In Re Chase Commissary Corporation, 11 F. Supp. 288 (S.D.N.Y. 1935)

U.S. District Court for the Southern District of New York - 11 F. Supp. 288 (S.D.N.Y. 1935)
April 18, 1935

11 F. Supp. 288 (1935)

In re CHASE COMMISSARY CORPORATION.

District Court, S. D. New York.

April 18, 1935.

Allin, Tucker & Allen, of New York City (Joseph R. Shaughnessy, of New York City, of counsel), for Mordordic Realty Company, Inc.

Koenig, Bachner & Koenig and Louis Jersawit, all of New York City, for debtor.

PATTERSON, District Judge.

The debtor on March 11, 1935, filed petition for reorganization under section 77B of the Bankruptcy Act (11 USCA § 207). The petition was approved, stay against suits was granted, and the debtor was continued temporarily in possession of its property. The debtor operates a chain of restaurants. A plan of reorganization is in course of submission at the present time.

Mordordic Realty Company, Inc., applied for an order lifting the stay and permitting it to commence dispossess proceedings against the debtor. It owns premises under lease to the debtor. No part of the *289 rent for March and for April has been paid. The landlord's application was granted from the bench. The debtor moved for reargument. Its attorneys earnestly insist that the court should permit the debtor to remain in possession of the premises pending efforts at reorganization, on payment of a "reasonable" rent, and to that end the court should exercise the power granted it in subsection (c) (10), 11 USCA § 207 (c) (10), to stay suits against the debtor.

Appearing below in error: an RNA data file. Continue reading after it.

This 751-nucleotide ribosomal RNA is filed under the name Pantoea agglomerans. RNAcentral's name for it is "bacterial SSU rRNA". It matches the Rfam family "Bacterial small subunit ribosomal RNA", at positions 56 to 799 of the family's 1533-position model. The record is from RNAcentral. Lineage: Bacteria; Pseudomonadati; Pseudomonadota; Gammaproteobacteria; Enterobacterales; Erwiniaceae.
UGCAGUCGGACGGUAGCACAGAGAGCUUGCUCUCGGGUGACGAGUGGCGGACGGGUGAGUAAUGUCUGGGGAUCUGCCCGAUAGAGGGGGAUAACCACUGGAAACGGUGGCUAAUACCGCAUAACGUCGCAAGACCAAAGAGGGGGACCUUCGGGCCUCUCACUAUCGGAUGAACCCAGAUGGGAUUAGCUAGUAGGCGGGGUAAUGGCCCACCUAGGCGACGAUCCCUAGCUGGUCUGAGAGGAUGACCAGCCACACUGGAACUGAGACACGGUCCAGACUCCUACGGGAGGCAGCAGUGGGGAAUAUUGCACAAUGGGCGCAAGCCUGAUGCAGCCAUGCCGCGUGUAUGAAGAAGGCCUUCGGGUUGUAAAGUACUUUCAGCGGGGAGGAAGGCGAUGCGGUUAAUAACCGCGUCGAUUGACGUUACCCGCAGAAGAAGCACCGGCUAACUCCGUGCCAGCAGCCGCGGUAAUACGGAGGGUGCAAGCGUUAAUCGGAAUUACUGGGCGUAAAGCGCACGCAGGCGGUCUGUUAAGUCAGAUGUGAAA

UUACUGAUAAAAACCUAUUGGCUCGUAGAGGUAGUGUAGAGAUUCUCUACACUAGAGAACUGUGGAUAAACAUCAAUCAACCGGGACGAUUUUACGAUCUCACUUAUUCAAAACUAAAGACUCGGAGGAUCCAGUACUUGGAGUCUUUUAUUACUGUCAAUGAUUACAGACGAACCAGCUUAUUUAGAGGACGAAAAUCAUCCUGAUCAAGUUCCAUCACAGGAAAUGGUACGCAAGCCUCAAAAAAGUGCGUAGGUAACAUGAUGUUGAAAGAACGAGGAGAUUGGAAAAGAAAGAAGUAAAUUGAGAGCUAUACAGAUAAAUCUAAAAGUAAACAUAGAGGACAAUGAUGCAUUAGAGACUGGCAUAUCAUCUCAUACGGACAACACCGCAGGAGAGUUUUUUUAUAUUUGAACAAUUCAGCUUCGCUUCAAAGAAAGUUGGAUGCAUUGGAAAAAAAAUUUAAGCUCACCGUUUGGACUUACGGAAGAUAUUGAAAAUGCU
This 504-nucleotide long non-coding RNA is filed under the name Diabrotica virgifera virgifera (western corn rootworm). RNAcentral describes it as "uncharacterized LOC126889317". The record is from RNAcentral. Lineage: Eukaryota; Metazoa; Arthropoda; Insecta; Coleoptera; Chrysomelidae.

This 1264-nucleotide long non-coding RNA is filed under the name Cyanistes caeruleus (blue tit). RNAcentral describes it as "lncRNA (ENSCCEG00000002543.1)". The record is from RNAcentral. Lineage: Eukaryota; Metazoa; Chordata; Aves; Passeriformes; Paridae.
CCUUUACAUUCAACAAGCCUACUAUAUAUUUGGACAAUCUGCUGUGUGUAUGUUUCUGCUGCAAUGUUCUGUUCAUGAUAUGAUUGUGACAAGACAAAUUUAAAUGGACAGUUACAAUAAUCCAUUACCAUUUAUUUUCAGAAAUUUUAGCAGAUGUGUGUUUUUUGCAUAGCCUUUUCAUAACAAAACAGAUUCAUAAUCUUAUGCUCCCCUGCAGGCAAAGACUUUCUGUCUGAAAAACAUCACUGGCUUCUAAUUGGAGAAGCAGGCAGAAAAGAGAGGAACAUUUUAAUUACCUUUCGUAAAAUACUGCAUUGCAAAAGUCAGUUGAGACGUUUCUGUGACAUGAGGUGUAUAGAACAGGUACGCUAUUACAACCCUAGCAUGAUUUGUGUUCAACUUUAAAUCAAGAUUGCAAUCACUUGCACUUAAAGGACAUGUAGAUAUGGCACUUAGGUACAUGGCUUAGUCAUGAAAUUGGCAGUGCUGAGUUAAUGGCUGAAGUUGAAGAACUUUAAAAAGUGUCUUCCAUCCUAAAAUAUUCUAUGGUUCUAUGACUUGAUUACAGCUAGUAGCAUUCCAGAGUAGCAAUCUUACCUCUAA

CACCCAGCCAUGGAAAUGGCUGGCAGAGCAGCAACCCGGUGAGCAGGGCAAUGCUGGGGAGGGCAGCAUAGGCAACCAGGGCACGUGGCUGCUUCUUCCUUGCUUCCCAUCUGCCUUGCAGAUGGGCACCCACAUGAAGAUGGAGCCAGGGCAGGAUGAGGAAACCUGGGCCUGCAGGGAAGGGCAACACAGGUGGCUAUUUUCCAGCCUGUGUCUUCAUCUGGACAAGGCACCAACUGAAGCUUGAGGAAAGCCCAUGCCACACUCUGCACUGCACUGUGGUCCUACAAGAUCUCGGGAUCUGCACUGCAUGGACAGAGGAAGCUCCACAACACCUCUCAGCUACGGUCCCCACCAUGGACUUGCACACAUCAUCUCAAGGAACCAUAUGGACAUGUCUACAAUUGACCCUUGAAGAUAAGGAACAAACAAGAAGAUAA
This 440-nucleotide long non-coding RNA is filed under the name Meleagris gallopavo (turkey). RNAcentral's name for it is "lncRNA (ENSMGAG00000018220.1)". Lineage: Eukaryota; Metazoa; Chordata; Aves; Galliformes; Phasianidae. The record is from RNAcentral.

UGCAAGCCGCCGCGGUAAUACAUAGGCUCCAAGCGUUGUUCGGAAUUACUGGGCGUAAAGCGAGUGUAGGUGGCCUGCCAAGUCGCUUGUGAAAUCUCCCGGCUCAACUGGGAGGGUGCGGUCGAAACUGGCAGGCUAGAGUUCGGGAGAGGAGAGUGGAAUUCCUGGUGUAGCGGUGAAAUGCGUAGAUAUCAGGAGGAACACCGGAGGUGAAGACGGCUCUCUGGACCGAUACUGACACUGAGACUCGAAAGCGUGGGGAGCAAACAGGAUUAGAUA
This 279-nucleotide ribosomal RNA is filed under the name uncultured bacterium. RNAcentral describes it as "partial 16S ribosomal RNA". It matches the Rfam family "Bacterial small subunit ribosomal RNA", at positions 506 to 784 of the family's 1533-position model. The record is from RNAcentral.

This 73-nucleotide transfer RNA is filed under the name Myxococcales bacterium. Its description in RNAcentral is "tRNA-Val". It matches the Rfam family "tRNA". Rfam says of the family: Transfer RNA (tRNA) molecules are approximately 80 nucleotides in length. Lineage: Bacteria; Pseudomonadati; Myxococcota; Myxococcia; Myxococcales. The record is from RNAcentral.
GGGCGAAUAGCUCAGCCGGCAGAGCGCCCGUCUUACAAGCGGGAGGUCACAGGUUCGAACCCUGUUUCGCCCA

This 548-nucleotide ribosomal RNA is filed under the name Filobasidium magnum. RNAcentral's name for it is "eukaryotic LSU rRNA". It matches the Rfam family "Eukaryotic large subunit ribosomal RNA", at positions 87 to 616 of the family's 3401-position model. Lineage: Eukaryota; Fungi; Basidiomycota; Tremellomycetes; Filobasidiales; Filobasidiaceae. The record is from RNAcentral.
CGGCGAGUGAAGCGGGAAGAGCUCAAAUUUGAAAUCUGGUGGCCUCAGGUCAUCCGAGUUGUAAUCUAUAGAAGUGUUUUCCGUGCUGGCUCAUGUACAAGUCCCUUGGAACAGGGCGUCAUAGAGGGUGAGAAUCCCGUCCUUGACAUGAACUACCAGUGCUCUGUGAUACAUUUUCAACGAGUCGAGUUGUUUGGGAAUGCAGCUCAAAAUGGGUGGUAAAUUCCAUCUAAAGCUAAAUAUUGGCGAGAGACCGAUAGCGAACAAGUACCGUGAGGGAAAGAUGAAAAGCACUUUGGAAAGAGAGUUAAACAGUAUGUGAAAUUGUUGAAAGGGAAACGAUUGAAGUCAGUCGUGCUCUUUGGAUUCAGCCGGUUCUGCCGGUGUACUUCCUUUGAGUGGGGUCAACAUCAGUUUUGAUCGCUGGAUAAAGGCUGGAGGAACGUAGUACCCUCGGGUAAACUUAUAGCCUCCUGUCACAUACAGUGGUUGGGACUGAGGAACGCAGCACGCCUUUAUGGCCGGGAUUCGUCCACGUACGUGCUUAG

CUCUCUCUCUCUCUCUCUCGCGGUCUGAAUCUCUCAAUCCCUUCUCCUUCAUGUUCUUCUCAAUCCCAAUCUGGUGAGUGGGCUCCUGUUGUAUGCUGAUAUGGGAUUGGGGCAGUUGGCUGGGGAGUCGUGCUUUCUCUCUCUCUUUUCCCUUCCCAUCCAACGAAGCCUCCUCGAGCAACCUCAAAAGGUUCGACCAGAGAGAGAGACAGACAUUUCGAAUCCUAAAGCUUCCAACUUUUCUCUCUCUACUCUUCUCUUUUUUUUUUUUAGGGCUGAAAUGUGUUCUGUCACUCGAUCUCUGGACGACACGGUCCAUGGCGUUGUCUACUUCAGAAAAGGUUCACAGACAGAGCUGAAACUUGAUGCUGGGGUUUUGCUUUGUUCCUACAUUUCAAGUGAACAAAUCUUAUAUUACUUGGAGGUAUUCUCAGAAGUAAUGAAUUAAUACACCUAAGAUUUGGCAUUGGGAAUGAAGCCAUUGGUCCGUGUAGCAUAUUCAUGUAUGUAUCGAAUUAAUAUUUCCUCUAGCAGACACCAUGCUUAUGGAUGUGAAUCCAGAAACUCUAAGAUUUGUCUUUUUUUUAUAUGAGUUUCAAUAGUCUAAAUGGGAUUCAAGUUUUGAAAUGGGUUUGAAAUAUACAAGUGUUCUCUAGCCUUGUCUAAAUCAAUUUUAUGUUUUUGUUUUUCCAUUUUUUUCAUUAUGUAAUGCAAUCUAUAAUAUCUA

The purpose of Congress relative to leases held by a debtor seeking reorganization under the act is tolerably clear. The text of the act indicates that the intent is to make applicable the rules prevalent in equity receiverships. In subsection (a), 11 USCA § 207 (a), the court is given in such a proceeding all powers, not inconsistent with the act, that it would have if it had appointed a receiver in equity of the debtor's property because of its inability to pay debts as they matured. In subsection (b), it is provided that a plan of reorganization may involve the rejection of executory contracts of the debtor, including unexpired leases, and that in the event of rejection the lessor may prove damages up to a specified limit. By subsection (c), 11 USCA § 207 (c), the court in the course of administration and prior to confirming a plan may direct rejection of executory contracts, and under the head of executory contracts unexpired leases are presumably included. Minor modifications are necessarily implied, due to the fact that there is no receiver in proceedings under this statute and in many cases there is no court officer corresponding to a receiver. The fact remains, however, that in substance the rights of the lessor and of the debtor's estate in custody of the court are the same as where an insolvent's assets are in charge of a chancery receiver.